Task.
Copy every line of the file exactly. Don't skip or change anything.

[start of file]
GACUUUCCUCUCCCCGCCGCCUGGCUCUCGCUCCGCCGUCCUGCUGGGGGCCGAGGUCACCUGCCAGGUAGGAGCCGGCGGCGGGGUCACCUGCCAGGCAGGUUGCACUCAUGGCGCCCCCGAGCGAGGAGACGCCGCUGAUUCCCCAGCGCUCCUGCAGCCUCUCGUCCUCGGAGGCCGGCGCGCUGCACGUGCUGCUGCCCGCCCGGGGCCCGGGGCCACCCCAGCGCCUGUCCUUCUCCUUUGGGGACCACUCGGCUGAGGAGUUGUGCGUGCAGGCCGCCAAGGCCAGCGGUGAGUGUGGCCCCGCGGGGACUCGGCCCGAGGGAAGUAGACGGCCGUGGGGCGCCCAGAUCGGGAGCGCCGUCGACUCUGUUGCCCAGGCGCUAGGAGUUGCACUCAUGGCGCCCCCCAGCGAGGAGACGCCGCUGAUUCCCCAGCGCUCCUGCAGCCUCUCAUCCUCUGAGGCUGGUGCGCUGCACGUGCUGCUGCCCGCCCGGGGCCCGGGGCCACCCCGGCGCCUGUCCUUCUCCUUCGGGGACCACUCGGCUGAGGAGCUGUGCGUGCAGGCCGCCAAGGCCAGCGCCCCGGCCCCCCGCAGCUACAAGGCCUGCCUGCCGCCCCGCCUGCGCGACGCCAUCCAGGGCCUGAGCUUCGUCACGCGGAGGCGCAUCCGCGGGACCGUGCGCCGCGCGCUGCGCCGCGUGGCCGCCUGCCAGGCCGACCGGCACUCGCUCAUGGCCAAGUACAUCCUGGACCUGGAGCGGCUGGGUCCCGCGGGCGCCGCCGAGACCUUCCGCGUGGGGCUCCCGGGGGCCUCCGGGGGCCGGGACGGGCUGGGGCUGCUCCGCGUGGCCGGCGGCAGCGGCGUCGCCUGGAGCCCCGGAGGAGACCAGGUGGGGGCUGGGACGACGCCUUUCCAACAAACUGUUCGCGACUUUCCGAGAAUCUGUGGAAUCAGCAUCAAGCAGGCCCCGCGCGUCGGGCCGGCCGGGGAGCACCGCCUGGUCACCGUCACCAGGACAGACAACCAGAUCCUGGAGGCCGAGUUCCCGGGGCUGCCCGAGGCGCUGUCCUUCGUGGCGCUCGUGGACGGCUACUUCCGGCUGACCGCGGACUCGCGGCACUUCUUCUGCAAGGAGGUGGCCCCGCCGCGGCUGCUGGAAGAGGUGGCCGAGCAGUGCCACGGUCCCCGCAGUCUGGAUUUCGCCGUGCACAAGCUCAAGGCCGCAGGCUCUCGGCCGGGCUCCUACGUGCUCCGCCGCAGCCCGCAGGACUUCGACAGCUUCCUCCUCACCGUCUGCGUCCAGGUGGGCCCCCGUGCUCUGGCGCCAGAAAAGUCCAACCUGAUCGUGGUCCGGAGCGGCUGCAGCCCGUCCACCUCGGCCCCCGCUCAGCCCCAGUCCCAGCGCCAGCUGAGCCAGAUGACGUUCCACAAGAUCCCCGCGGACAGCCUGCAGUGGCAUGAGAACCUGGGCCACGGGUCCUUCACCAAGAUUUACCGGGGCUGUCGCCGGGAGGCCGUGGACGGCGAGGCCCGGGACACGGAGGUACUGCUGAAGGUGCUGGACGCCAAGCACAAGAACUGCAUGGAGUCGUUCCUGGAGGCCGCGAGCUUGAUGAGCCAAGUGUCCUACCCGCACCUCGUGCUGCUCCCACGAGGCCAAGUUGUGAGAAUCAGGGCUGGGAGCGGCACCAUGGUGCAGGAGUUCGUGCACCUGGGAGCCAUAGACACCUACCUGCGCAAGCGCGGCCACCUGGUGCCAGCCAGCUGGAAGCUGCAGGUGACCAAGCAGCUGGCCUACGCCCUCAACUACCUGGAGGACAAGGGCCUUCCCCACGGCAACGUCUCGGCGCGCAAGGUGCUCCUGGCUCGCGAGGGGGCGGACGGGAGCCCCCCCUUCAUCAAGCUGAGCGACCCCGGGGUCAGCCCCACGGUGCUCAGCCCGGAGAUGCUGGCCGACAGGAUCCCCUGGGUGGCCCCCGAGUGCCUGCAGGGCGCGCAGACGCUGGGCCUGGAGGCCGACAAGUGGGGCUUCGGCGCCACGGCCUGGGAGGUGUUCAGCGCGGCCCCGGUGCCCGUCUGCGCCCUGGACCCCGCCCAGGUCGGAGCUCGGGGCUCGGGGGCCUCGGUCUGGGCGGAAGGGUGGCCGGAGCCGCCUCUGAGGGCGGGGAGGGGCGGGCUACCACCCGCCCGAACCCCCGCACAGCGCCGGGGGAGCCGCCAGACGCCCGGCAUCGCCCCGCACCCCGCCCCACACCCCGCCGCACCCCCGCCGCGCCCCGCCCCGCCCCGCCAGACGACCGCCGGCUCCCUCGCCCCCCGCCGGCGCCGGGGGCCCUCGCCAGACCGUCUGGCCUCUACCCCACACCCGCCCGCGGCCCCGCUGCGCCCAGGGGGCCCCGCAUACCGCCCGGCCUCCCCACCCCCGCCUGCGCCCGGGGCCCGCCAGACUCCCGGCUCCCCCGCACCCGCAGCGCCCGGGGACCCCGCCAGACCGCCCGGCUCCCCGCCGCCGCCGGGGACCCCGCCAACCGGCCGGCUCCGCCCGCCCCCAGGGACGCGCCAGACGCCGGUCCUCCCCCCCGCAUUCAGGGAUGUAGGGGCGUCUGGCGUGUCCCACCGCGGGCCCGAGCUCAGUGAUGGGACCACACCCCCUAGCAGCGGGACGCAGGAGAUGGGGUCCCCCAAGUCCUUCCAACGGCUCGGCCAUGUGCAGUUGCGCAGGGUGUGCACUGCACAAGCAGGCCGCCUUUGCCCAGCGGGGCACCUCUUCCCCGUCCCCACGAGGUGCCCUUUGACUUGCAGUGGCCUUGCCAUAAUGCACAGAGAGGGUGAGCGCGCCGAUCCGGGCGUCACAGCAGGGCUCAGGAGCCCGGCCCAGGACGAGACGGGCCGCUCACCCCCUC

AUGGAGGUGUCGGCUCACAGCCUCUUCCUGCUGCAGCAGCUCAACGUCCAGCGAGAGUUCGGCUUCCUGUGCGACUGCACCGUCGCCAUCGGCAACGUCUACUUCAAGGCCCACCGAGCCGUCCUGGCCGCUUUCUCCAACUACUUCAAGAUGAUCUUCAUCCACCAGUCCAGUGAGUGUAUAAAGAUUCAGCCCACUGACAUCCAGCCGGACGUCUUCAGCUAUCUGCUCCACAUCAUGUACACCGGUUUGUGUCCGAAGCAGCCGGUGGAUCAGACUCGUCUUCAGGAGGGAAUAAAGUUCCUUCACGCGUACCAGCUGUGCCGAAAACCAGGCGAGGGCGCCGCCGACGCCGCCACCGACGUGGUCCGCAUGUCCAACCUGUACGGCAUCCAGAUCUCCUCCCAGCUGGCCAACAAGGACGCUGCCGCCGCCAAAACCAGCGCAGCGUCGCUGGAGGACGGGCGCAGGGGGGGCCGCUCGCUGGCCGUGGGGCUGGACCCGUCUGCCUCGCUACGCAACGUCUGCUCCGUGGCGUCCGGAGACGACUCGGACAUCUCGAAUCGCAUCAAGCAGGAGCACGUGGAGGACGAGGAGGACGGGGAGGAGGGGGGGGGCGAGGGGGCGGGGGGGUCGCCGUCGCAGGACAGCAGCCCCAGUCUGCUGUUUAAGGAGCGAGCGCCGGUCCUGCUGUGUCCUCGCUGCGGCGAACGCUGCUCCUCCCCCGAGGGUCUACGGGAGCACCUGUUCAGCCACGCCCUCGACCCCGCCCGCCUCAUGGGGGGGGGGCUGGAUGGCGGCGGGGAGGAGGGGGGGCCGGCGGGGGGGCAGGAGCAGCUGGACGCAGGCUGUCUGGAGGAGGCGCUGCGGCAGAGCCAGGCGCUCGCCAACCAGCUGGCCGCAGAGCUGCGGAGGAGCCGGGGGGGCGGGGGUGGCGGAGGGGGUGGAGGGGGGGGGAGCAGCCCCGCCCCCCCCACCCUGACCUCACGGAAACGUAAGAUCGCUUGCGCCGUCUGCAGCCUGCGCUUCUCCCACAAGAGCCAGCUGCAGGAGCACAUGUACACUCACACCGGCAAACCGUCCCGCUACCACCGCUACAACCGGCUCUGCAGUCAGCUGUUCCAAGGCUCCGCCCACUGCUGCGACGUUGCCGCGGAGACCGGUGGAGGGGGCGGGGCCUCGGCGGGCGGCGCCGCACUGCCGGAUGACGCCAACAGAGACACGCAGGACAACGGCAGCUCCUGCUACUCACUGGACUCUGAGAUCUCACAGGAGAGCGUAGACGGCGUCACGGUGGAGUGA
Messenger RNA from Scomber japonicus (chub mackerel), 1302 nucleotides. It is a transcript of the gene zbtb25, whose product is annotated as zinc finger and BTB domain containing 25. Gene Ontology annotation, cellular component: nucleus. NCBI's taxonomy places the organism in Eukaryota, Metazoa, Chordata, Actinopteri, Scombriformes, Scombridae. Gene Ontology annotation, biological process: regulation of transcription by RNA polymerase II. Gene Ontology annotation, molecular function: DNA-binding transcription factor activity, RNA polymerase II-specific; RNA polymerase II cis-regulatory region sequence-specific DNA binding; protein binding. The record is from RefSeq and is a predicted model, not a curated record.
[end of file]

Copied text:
GACUUUCCUCUCCCCGCCGCCUGGCUCUCGCUCCGCCGUCCUGCUGGGGGCCGAGGUCACCUGCCAGGUAGGAGCCGGCGGCGGGGUCACCUGCCAGGCAGGUUGCACUCAUGGCGCCCCCGAGCGAGGAGACGCCGCUGAUUCCCCAGCGCUCCUGCAGCCUCUCGUCCUCGGAGGCCGGCGCGCUGCACGUGCUGCUGCCCGCCCGGGGCCCGGGGCCACCCCAGCGCCUGUCCUUCUCCUUUGGGGACCACUCGGCUGAGGAGUUGUGCGUGCAGGCCGCCAAGGCCAGCGGUGAGUGUGGCCCCGCGGGGACUCGGCCCGAGGGAAGUAGACGGCCGUGGGGCGCCCAGAUCGGGAGCGCCGUCGACUCUGUUGCCCAGGCGCUAGGAGUUGCACUCAUGGCGCCCCCCAGCGAGGAGACGCCGCUGAUUCCCCAGCGCUCCUGCAGCCUCUCAUCCUCUGAGGCUGGUGCGCUGCACGUGCUGCUGCCCGCCCGGGGCCCGGGGCCACCCCGGCGCCUGUCCUUCUCCUUCGGGGACCACUCGGCUGAGGAGCUGUGCGUGCAGGCCGCCAAGGCCAGCGCCCCGGCCCCCCGCAGCUACAAGGCCUGCCUGCCGCCCCGCCUGCGCGACGCCAUCCAGGGCCUGAGCUUCGUCACGCGGAGGCGCAUCCGCGGGACCGUGCGCCGCGCGCUGCGCCGCGUGGCCGCCUGCCAGGCCGACCGGCACUCGCUCAUGGCCAAGUACAUCCUGGACCUGGAGCGGCUGGGUCCCGCGGGCGCCGCCGAGACCUUCCGCGUGGGGCUCCCGGGGGCCUCCGGGGGCCGGGACGGGCUGGGGCUGCUCCGCGUGGCCGGCGGCAGCGGCGUCGCCUGGAGCCCCGGAGGAGACCAGGUGGGGGCUGGGACGACGCCUUUCCAACAAACUGUUCGCGACUUUCCGAGAAUCUGUGGAAUCAGCAUCAAGCAGGCCCCGCGCGUCGGGCCGGCCGGGGAGCACCGCCUGGUCACCGUCACCAGGACAGACAACCAGAUCCUGGAGGCCGAGUUCCCGGGGCUGCCCGAGGCGCUGUCCUUCGUGGCGCUCGUGGACGGCUACUUCCGGCUGACCGCGGACUCGCGGCACUUCUUCUGCAAGGAGGUGGCCCCGCCGCGGCUGCUGGAAGAGGUGGCCGAGCAGUGCCACGGUCCCCGCAGUCUGGAUUUCGCCGUGCACAAGCUCAAGGCCGCAGGCUCUCGGCCGGGCUCCUACGUGCUCCGCCGCAGCCCGCAGGACUUCGACAGCUUCCUCCUCACCGUCUGCGUCCAGGUGGGCCCCCGUGCUCUGGCGCCAGAAAAGUCCAACCUGAUCGUGGUCCGGAGCGGCUGCAGCCCGUCCACCUCGGCCCCCGCUCAGCCCCAGUCCCAGCGCCAGCUGAGCCAGAUGACGUUCCACAAGAUCCCCGCGGACAGCCUGCAGUGGCAUGAGAACCUGGGCCACGGGUCCUUCACCAAGAUUUACCGGGGCUGUCGCCGGGAGGCCGUGGACGGCGAGGCCCGGGACACGGAGGUACUGCUGAAGGUGCUGGACGCCAAGCACAAGAACUGCAUGGAGUCGUUCCUGGAGGCCGCGAGCUUGAUGAGCCAAGUGUCCUACCCGCACCUCGUGCUGCUCCCACGAGGCCAAGUUGUGAGAAUCAGGGCUGGGAGCGGCACCAUGGUGCAGGAGUUCGUGCACCUGGGAGCCAUAGACACCUACCUGCGCAAGCGCGGCCACCUGGUGCCAGCCAGCUGGAAGCUGCAGGUGACCAAGCAGCUGGCCUACGCCCUCAACUACCUGGAGGACAAGGGCCUUCCCCACGGCAACGUCUCGGCGCGCAAGGUGCUCCUGGCUCGCGAGGGGGCGGACGGGAGCCCCCCCUUCAUCAAGCUGAGCGACCCCGGGGUCAGCCCCACGGUGCUCAGCCCGGAGAUGCUGGCCGACAGGAUCCCCUGGGUGGCCCCCGAGUGCCUGCAGGGCGCGCAGACGCUGGGCCUGGAGGCCGACAAGUGGGGCUUCGGCGCCACGGCCUGGGAGGUGUUCAGCGCGGCCCCGGUGCCCGUCUGCGCCCUGGACCCCGCCCAGGUCGGAGCUCGGGGCUCGGGGGCCUCGGUCUGGGCGGAAGGGUGGCCGGAGCCGCCUCUGAGGGCGGGGAGGGGCGGGCUACCACCCGCCCGAACCCCCGCACAGCGCCGGGGGAGCCGCCAGACGCCCGGCAUCGCCCCGCACCCCGCCCCACACCCCGCCGCACCCCCGCCGCGCCCCGCCCCGCCCCGCCAGACGACCGCCGGCUCCCUCGCCCCCCGCCGGCGCCGGGGGCCCUCGCCAGACCGUCUGGCCUCUACCCCACACCCGCCCGCGGCCCCGCUGCGCCCAGGGGGCCCCGCAUACCGCCCGGCCUCCCCACCCCCGCCUGCGCCCGGGGCCCGCCAGACUCCCGGCUCCCCCGCACCCGCAGCGCCCGGGGACCCCGCCAGACCGCCCGGCUCCCCGCCGCCGCCGGGGACCCCGCCAACCGGCCGGCUCCGCCCGCCCCCAGGGACGCGCCAGACGCCGGUCCUCCCCCCCGCAUUCAGGGAUGUAGGGGCGUCUGGCGUGUCCCACCGCGGGCCCGAGCUCAGUGAUGGGACCACACCCCCUAGCAGCGGGACGCAGGAGAUGGGGUCCCCCAAGUCCUUCCAACGGCUCGGCCAUGUGCAGUUGCGCAGGGUGUGCACUGCACAAGCAGGCCGCCUUUGCCCAGCGGGGCACCUCUUCCCCGUCCCCACGAGGUGCCCUUUGACUUGCAGUGGCCUUGCCAUAAUGCACAGAGAGGGUGAGCGCGCCGAUCCGGGCGUCACAGCAGGGCUCAGGAGCCCGGCCCAGGACGAGACGGGCCGCUCACCCCCUC

AUGGAGGUGUCGGCUCACAGCCUCUUCCUGCUGCAGCAGCUCAACGUCCAGCGAGAGUUCGGCUUCCUGUGCGACUGCACCGUCGCCAUCGGCAACGUCUACUUCAAGGCCCACCGAGCCGUCCUGGCCGCUUUCUCCAACUACUUCAAGAUGAUCUUCAUCCACCAGUCCAGUGAGUGUAUAAAGAUUCAGCCCACUGACAUCCAGCCGGACGUCUUCAGCUAUCUGCUCCACAUCAUGUACACCGGUUUGUGUCCGAAGCAGCCGGUGGAUCAGACUCGUCUUCAGGAGGGAAUAAAGUUCCUUCACGCGUACCAGCUGUGCCGAAAACCAGGCGAGGGCGCCGCCGACGCCGCCACCGACGUGGUCCGCAUGUCCAACCUGUACGGCAUCCAGAUCUCCUCCCAGCUGGCCAACAAGGACGCUGCCGCCGCCAAAACCAGCGCAGCGUCGCUGGAGGACGGGCGCAGGGGGGGCCGCUCGCUGGCCGUGGGGCUGGACCCGUCUGCCUCGCUACGCAACGUCUGCUCCGUGGCGUCCGGAGACGACUCGGACAUCUCGAAUCGCAUCAAGCAGGAGCACGUGGAGGACGAGGAGGACGGGGAGGAGGGGGGGGGCGAGGGGGCGGGGGGGUCGCCGUCGCAGGACAGCAGCCCCAGUCUGCUGUUUAAGGAGCGAGCGCCGGUCCUGCUGUGUCCUCGCUGCGGCGAACGCUGCUCCUCCCCCGAGGGUCUACGGGAGCACCUGUUCAGCCACGCCCUCGACCCCGCCCGCCUCAUGGGGGGGGGGCUGGAUGGCGGCGGGGAGGAGGGGGGGCCGGCGGGGGGGCAGGAGCAGCUGGACGCAGGCUGUCUGGAGGAGGCGCUGCGGCAGAGCCAGGCGCUCGCCAACCAGCUGGCCGCAGAGCUGCGGAGGAGCCGGGGGGGCGGGGGUGGCGGAGGGGGUGGAGGGGGGGGGAGCAGCCCCGCCCCCCCCACCCUGACCUCACGGAAACGUAAGAUCGCUUGCGCCGUCUGCAGCCUGCGCUUCUCCCACAAGAGCCAGCUGCAGGAGCACAUGUACACUCACACCGGCAAACCGUCCCGCUACCACCGCUACAACCGGCUCUGCAGUCAGCUGUUCCAAGGCUCCGCCCACUGCUGCGACGUUGCCGCGGAGACCGGUGGAGGGGGCGGGGCCUCGGCGGGCGGCGCCGCACUGCCGGAUGACGCCAACAGAGACACGCAGGACAACGGCAGCUCCUGCUACUCACUGGACUCUGAGAUCUCACAGGAGAGCGUAGACGGCGUCACGGUGGAGUGA
Messenger RNA from Scomber japonicus (chub mackerel), 1302 nucleotides. It is a transcript of the gene zbtb25, whose product is annotated as zinc finger and BTB domain containing 25. Gene Ontology annotation, cellular component: nucleus. NCBI's taxonomy places the organism in Eukaryota, Metazoa, Chordata, Actinopteri, Scombriformes, Scombridae. Gene Ontology annotation, biological process: regulation of transcription by RNA polymerase II. Gene Ontology annotation, molecular function: DNA-binding transcription factor activity, RNA polymerase II-specific; RNA polymerase II cis-regulatory region sequence-specific DNA binding; protein binding. The record is from RefSeq and is a predicted model, not a curated record.